Author(s): Alexander Anatol Ermilov; Sandor Baranya; Gabor Fleit; Slaven Conevski; Massimo Guerrero; Nils Ruther
Linked Author(s): Alexander Anatol Ermilov, Sándor Baranya, Gábor Fleit, Slaven Conevski, Massimo Guerrero
Keywords: Bedload; Image processing; Video-based; Hydromorphology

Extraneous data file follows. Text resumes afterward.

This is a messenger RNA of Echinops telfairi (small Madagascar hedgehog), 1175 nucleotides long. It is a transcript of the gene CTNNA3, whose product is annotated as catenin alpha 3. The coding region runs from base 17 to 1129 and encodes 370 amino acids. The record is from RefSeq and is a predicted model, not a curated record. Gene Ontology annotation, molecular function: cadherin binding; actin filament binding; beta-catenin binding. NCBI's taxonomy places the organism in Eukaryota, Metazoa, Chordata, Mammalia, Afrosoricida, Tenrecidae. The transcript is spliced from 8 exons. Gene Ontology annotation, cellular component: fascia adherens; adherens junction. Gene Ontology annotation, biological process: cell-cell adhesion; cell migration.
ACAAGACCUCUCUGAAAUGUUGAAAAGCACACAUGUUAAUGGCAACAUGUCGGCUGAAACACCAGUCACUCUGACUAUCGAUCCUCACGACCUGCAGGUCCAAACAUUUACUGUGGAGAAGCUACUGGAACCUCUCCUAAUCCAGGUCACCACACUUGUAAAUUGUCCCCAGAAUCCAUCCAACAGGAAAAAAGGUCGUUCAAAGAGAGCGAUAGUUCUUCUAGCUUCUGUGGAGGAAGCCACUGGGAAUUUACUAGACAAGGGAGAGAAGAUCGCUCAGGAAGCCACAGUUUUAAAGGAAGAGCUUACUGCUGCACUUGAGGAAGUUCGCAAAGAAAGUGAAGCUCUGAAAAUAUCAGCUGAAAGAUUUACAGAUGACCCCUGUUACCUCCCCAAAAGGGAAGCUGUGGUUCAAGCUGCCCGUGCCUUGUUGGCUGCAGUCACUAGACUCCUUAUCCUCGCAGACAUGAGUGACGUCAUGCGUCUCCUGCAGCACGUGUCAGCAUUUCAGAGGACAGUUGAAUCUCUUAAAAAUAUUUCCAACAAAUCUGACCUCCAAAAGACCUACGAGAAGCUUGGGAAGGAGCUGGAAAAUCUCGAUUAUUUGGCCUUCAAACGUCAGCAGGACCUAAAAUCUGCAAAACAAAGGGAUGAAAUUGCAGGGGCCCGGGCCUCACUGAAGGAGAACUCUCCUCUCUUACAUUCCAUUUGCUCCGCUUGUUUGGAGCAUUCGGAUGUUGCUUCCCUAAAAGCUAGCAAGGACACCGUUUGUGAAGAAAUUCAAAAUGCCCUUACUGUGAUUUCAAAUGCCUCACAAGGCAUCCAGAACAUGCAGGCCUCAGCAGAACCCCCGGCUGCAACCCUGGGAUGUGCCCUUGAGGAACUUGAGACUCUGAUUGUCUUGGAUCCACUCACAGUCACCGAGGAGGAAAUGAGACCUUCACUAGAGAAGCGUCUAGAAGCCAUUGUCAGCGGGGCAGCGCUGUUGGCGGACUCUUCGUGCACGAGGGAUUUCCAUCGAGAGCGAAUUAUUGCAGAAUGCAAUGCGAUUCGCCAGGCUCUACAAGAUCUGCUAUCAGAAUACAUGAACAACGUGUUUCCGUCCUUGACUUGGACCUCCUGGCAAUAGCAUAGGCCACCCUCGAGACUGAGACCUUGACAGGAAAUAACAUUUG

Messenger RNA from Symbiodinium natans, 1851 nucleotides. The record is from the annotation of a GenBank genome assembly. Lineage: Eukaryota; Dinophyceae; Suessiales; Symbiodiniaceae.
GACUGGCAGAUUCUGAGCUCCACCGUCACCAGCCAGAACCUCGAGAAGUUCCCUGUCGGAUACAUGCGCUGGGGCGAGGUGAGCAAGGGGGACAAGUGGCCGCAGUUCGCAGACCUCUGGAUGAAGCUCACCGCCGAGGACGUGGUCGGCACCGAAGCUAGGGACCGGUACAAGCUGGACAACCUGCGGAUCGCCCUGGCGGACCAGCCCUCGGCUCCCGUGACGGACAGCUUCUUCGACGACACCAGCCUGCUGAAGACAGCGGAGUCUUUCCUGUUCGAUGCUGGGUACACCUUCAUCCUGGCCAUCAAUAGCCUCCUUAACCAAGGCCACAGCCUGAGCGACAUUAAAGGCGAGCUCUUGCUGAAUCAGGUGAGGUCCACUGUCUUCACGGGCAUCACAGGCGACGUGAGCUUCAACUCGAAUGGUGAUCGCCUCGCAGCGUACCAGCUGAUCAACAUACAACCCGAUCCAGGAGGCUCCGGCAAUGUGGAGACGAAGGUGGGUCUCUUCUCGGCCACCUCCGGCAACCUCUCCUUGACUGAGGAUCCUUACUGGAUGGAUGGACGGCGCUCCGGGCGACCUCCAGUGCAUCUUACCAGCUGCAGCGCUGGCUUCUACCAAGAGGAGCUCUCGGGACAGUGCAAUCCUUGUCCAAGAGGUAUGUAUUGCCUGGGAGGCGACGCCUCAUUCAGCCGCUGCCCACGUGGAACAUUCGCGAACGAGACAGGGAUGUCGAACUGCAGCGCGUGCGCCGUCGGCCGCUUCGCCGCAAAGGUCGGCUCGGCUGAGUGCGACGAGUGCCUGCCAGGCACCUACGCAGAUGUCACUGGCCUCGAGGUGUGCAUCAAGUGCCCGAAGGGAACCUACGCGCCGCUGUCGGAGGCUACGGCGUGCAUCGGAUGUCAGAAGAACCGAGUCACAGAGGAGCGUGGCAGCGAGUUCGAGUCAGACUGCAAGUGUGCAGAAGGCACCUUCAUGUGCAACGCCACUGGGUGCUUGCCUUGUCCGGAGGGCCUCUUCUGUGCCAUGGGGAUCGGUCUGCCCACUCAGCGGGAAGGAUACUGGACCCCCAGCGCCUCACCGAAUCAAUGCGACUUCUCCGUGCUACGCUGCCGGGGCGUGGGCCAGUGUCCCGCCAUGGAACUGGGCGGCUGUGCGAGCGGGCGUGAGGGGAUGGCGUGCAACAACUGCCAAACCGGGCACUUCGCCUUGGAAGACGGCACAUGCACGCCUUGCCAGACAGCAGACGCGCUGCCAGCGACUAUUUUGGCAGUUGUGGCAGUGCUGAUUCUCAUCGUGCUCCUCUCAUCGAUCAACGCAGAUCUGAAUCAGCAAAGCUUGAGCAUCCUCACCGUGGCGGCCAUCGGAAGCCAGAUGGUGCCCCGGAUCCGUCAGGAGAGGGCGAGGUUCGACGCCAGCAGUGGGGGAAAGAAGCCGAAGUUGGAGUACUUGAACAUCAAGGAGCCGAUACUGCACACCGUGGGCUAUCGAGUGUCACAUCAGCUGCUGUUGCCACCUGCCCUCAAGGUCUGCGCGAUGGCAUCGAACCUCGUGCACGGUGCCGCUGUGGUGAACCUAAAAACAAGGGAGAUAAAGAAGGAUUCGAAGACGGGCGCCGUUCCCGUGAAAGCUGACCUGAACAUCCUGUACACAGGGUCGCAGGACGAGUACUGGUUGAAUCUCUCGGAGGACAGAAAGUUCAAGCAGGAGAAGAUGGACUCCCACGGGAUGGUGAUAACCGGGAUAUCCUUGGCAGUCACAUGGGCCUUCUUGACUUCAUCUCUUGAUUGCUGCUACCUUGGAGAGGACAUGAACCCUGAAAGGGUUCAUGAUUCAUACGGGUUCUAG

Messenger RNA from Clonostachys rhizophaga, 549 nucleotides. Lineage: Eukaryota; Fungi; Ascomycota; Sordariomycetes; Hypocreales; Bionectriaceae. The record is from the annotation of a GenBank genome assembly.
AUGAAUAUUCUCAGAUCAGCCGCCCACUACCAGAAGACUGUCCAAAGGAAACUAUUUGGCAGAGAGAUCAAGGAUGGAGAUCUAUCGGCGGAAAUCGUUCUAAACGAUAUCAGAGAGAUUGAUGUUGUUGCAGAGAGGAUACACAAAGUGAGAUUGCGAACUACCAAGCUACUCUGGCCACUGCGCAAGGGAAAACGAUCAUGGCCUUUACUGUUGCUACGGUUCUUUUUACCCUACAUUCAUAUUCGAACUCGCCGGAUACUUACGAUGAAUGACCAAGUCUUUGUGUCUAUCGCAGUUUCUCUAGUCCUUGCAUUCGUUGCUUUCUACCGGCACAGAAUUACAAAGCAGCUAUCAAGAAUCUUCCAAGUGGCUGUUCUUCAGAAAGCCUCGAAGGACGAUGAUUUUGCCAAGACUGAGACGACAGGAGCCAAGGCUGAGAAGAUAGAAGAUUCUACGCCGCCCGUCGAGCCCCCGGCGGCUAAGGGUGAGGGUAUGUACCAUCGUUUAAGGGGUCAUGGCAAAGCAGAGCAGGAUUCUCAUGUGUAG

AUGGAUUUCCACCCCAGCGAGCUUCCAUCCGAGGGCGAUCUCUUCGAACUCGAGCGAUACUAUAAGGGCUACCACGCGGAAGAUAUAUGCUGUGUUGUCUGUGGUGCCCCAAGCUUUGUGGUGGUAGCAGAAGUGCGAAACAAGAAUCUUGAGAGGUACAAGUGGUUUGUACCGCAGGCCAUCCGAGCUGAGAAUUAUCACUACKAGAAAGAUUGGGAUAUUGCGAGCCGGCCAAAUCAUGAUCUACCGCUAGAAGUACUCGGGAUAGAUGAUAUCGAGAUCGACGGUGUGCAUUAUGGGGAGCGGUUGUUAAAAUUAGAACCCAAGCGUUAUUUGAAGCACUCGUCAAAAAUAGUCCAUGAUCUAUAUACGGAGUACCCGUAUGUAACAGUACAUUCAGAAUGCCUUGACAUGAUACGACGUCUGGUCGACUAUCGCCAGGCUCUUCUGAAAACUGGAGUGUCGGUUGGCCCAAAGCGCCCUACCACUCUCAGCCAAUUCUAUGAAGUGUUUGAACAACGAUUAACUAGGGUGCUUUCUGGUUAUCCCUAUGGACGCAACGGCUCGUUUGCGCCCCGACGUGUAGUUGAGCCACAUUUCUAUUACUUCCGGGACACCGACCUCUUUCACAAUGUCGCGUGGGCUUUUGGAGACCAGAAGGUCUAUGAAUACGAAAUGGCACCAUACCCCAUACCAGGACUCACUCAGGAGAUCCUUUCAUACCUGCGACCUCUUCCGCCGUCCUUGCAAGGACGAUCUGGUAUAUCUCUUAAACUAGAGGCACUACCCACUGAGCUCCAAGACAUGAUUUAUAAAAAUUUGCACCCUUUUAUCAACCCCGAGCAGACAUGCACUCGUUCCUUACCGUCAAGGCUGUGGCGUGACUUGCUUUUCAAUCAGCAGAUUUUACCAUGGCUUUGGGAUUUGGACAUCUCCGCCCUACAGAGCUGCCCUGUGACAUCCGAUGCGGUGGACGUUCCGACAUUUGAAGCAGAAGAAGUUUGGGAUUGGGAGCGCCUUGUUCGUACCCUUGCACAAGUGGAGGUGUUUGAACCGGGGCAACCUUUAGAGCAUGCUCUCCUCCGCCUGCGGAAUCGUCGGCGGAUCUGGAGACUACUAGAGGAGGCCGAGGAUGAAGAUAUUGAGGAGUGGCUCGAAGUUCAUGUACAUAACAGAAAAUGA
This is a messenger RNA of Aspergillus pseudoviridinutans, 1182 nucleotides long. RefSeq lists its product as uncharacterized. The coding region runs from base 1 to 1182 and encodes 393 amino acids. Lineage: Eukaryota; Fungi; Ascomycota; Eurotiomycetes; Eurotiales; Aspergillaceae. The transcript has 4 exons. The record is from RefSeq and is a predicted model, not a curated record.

Abstract: The river flow and the sediment that composes the riverbed are in constant interaction. The former, depending on its energy, can erode the latter and depose it somewhere else, while the riverbed poses hydraulic resistance. Despite its importance, this interaction still has undiscovered aspects and unanswered questions. In alluvial rivers, one important factor that describes its morphological changes is the bedload yield. Defining its value however, remains a complex task and as a result of that, solely theoretical approaches are not sufficient. Hence, the emphasis from laboratory measurements and empirical methods seems to be shifting towards the actual observation of nature on the field. In spite of this, the traditional sampling methods are biased and also energy consuming. The behaviour of the current sample instruments happen to be arbitrary and unreliable. For instance, the sampler can easily grab into the riverbed at the end of the measurement, filling itself with bedmaterial and adding its mass inseparably as an error to our result. This and other unreliabilities led to the need of new ways of bedload measurement. Nowadays, computer vision and image processing are swiftly spreading across all type of fields of research, replacing older measurement methods or opening up new aspects of observations. The field of hydromorphology is no exception. In the case of bedload, by applying underwater cameras on the traditional sampling instruments, we can observe their behaviour and adjust them accordingly. On the other hand, bedload yield may be estimated via certain image processing methods and further used to calibrate, or even replace, our regular measurements. The latter one also opens up the possibility of a faster and automatized bedload analysis. This paper explores the possibilities of applying such method in a large river (Danube), comparing video-based calculations to traditional ones. Our first set of results and experience will be presented along with further possibilities of improvements.